New vaccine strategy offers lifelong protection for infants: study

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Researchers propose a revolutionary vaccine method for infants, potentially shielding them against multiple diseases.

NEW YORK, April 16: A groundbreaking study proposes a novel vaccine approach for infants that could provide lasting protection against a range of diseases with just one dose, even amidst virus mutations. Published in the Proceedings of the National Academy of Sciences, the research sets the stage for what scientists call “universal vaccines.”

Traditional vaccines, such as those for the flu or COVID-19, often require regular updates to target evolving virus strains. However, this new method, tested on mice, utilizes small interfering RNA molecules (siRNA) to halt disease spread, offering a promising avenue for combating various illnesses.

Unlike conventional vaccines that rely on the body’s immune response, this approach harnesses a modified virus to trigger the production of siRNAs. These molecules effectively weaken the virus, rendering it susceptible to attack regardless of mutations. Researchers from the University of California, Riverside, are optimistic about its potential, particularly for infants with developing immune systems.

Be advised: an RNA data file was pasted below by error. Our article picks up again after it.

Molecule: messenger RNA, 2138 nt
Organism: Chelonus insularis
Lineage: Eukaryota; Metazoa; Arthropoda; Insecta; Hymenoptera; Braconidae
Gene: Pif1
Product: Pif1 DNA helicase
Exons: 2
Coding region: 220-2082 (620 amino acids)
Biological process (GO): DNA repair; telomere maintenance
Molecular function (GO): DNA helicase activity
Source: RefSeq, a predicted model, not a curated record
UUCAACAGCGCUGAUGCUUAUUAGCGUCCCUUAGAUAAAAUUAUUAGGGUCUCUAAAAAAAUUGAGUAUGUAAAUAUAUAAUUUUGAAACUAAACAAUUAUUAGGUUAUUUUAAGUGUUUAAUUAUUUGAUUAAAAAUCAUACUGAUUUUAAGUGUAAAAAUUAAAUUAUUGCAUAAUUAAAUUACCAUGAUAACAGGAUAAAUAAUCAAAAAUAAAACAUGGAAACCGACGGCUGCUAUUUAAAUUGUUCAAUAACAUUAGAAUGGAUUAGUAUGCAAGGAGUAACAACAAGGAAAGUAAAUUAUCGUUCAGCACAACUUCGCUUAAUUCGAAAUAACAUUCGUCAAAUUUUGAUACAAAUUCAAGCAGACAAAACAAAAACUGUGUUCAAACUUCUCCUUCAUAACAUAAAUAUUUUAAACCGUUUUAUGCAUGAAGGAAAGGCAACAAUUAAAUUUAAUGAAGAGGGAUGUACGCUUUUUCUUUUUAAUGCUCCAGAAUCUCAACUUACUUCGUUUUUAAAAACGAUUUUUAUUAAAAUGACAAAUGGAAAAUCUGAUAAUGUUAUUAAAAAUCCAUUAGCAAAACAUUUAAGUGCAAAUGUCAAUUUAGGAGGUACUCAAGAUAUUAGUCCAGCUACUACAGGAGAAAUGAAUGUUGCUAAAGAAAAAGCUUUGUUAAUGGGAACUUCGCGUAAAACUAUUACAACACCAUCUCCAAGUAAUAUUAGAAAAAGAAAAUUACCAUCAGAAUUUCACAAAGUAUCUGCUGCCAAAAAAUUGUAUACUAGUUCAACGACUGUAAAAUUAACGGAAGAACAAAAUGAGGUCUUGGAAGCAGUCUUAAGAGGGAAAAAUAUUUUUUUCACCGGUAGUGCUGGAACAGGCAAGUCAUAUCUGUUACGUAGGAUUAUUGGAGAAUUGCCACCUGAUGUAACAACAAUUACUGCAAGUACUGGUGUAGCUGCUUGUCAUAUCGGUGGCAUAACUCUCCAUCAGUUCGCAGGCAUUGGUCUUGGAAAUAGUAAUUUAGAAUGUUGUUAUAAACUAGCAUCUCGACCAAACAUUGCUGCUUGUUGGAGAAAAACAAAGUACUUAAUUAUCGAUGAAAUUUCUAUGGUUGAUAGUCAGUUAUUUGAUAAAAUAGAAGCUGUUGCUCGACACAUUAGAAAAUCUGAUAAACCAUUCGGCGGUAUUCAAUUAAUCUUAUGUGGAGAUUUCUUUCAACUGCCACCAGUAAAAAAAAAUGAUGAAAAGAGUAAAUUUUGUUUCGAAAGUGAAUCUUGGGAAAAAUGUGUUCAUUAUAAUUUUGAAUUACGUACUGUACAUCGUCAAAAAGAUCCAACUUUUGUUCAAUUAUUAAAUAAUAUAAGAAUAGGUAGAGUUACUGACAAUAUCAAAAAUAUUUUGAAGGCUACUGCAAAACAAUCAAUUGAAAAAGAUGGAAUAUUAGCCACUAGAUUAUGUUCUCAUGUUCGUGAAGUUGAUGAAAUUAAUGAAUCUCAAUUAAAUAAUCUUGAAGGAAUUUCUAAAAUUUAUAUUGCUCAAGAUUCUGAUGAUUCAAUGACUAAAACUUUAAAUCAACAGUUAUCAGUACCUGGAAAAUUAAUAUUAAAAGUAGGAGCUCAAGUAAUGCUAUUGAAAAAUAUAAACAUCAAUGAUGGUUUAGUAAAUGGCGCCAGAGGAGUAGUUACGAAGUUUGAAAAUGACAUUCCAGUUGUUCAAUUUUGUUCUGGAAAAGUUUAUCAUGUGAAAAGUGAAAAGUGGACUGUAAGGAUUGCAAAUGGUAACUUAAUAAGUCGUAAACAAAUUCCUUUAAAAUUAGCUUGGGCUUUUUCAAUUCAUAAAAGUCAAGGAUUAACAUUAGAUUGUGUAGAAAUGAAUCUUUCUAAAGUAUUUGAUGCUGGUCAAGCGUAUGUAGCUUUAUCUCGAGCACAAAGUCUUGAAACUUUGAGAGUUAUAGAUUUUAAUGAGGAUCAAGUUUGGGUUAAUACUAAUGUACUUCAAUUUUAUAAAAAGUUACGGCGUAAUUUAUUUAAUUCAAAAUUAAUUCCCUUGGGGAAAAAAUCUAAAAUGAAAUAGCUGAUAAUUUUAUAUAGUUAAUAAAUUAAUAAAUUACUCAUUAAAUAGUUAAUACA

In experiments with baby mice, the vaccine-induced rapid and complete protection against a mouse disease called Nodamura, highlighting its broad effectiveness and safety. Lead study author Rong Hai envisions it as a universal solution adaptable to different viruses and suitable for diverse populations.

Infants, with their immature immune systems, often face challenges with conventional vaccines. While there are approved vaccines for some diseases, those for measles, COVID-19, and the flu typically cannot be administered to infants under six months. This vulnerable group remains at high risk of severe infections, emphasizing the urgent need for effective immunization strategies.

Researchers are exploring siRNA vaccines for COVID-19 and the flu, considering nasal spray delivery for its potential ease and efficacy, particularly in combating respiratory infections. Already, nasal spray flu vaccines have demonstrated effectiveness comparable to shots, paving the way for similar approaches in COVID-19 prevention.

As scientists continue to develop innovative vaccine solutions, the prospect of universal protection offers hope for a future where infectious diseases pose less threat to vulnerable populations, including infants.

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